“My brother,” he sighed. “He’s dead, and we think this knife will lead us to his killer.” 

 

Rose’s expression crumbled. “I’m so sorry. I mean, he was kind of a jerk, but he didn’t deserve . . . ” she glanced at the knife, “that.” 

 

“Thanks,” Chase muttered. 

 

Jason looked like he wanted to say something, but held back. What could you really say to your one time friend who kind of stole your one time love?

 

Rose pushed away from the counter, returning to the coffee pot to pick four mugs from a little wooden mug tree. She filled them each, then retrieved a glass bottle of fancy cream from the fridge. 

 

I swiveled off my stool, then went to grab a mug. If Jason couldn’t come up with any comforting words for Chase, I sure as hell couldn’t. What could you really say to your one time love who kind of broke your heart? 

 

I dumped cream in my cup, then took a sip. When in doubt, fill yourself with coffee. 

 

As the boys prepared their mugs, Rose and I returned to the knife. 

 

“We’ll start by determining the owner’s species and gender,” she explained, lifting the edge of the plastic baggie. “After that, we can work on location. I won’t be able to tell you specifically who it is, unless it’s someone I’ve met. If it’s someone I’ve met, I’ll know right away.” 

 

“Doubtful,” I replied. “He was killed in the demon underground.” 

 

She nodded. “So another demon then. That might make things difficult. Instead of giving you a location, we may just have to try summoning the owner.”

 

I cringed. The Council might let my extra traveling slide, but they would not like that.

 

Rose watched me carefully. “Let’s just see what info we can get off the blade, then we’ll go from there.” 

I nodded, then took another sip of my coffee. “We really appreciate this. I’m not sure how else we could solve this otherwise.” 

 

“Alright,” she said, lifting the baggie off the counter. “You guys sit tight, and I’ll get Mel to help me track this. Don’t worry, she won’t breath a word. She wants to be involved with demons even less than I do.”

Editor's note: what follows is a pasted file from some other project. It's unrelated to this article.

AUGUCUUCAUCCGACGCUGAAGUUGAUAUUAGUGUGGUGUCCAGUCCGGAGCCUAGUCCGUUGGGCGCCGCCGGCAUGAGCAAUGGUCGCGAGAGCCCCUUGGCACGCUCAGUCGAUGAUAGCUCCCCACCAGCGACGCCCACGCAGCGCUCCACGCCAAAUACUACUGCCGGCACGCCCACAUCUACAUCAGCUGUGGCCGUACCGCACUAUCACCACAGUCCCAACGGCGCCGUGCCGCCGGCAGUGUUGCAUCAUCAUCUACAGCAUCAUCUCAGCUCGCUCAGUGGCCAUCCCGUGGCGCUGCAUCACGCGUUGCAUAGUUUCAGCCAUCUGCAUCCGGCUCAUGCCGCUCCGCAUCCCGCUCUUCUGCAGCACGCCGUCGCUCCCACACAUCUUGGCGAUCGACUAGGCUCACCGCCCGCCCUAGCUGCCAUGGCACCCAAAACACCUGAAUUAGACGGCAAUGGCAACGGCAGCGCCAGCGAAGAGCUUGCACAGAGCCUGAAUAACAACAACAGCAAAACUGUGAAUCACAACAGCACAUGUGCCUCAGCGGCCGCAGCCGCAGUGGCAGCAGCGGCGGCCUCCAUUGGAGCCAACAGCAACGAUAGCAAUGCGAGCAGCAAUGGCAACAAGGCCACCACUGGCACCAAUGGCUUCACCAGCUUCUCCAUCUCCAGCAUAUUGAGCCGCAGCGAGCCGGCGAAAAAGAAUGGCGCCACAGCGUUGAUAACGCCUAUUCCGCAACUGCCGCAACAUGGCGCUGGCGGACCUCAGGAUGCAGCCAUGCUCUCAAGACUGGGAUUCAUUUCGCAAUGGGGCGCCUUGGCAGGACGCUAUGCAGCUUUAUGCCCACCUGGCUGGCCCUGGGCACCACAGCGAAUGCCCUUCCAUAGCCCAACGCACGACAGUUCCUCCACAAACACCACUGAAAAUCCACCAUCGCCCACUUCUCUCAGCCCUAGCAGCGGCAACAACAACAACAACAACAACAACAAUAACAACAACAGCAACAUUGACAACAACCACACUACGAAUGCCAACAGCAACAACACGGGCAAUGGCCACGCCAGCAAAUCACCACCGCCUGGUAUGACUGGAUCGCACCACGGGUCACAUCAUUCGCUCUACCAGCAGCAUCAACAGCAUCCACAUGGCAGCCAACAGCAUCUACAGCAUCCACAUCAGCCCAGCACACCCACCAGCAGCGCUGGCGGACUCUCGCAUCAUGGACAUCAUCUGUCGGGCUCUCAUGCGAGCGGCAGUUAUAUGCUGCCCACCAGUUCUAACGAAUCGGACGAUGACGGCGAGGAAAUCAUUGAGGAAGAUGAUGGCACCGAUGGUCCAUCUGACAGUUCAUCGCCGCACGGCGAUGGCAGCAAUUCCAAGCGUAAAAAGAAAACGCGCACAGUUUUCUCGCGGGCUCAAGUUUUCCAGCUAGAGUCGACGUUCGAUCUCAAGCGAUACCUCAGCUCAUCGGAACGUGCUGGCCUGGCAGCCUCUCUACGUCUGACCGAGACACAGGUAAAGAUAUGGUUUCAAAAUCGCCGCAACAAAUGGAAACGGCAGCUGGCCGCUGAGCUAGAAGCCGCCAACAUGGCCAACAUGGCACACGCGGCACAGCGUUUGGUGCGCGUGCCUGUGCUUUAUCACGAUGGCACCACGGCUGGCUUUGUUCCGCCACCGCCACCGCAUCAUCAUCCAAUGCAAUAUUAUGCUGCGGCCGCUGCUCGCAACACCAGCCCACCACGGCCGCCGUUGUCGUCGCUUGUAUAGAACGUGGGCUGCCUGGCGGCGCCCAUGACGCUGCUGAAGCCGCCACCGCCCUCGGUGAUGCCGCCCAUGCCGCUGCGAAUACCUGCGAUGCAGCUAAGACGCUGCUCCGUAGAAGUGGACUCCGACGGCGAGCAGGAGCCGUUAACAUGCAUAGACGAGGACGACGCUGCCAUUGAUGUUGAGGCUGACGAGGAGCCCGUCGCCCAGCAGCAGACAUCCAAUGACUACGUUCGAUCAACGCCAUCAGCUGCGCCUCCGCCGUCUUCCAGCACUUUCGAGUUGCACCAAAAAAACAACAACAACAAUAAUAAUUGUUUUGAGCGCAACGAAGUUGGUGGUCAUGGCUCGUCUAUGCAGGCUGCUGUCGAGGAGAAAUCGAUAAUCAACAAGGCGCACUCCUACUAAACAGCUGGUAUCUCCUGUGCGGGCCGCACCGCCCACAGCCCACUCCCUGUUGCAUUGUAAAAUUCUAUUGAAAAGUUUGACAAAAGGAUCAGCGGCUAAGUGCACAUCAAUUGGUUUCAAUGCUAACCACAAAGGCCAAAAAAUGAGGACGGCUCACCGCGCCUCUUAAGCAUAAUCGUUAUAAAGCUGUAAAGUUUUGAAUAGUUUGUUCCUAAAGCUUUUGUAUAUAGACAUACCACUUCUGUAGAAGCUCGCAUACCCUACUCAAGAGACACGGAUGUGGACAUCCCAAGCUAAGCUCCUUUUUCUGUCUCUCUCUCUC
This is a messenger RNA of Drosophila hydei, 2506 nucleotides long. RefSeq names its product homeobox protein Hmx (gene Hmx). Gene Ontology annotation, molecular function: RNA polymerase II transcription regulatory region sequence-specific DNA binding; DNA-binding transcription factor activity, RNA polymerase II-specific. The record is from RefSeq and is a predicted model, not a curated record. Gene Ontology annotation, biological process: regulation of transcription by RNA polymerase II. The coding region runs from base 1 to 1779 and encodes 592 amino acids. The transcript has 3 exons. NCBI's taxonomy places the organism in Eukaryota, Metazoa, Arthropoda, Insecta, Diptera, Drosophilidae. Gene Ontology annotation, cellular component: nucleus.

She left the kitchen, leaving me alone with Chase and Jason. 

 

I resumed my seat, content to quietly sip my coffee. 

 

“Are you sure we should be trusting an extra witch with this?” Chase questioned, approaching me. “Mel clearly despises us.” 

 

I smirked. “Who doesn’t?” 

 

“I’m serious, Xoe.” 

 

I sighed, then set my cup on the counter. “You asked for my help, remember? So please just let me do my job.” 

 

Jason had wandered away from us, and was now peeking down the hall. He glanced back at me.

 

I waved him off. “Go ahead and snoop. If you get caught, it’s on you.” 

 

“I just want to check and see if any vampires have been here,” he explained then disappeared down the hall. 

 

I turned back to Chase. “Devin is worried about the witches and vampires allying against the wolves,” I explained. 

 

He set his unsipped coffee on the counter. “That’s exactly what I’m afraid of too. I don’t want any demon information being linked to the vamps. You could get in big trouble for even being here, Xoe.” 

 

I blinked up at him, waiting. 

 

His shoulders slumped. “I know, I know, I asked for your help, but you can’t blame me for wanting to keep you safe.” 

 

My eyebrows raised. “Oh? I think I’ve done a pretty good job of staying safe all by myself lately. I don’t need you to watch out for me.” 

 

He stared at me from beneath his furrowed brow. 

 

I stared right back, a pleasant smile on my face. 

 

Clearly admitting defeat, he walked around the counter, then took the stool beside mine. “You haven’t changed a bit, have you?” 

 

“I’m getting worse with age.” 

 

The corner of his lip ticked up into a half-smile, then Jason slipped back into the room. 

“Any vamps?” I questioned. 

 

He shook his head. “Some faint traces of scent, but everything was cleaned recently so it’s hard to tell.” He returned to his abandoned coffee cup. 

 

I heard female voices arguing, growing louder as they neared. A moment later, Rose and Mel entered the kitchen. 

 

Rose stalked ahead of Mel, the bagged knife in hand. She extended it as she reached me. “Did you know?” she growled. 

 

I blinked up at her. “Know what? We came to you because we don’t know a damned thing.” 

 

She dropped the knife onto the counter with a loud clang. “I didn’t think there was any chance I’d actually know the demon that belonged to.” She stared at the knife like it might bite her.

 

Well now I was really curious. “Rose,” I said patiently, “who owns the knife?” 

 

Anger glittered in her eyes as they met mine. “The demon who killed my sister and stepfather, that’s who.” 

 

I was so stunned I nearly lost my grip on my coffee. I knew the demon who’d killed her family members too. The demon who’d killed them was Nix. 

 

I hope you enjoyed this week's chapter! I'll try and be on time next week ;).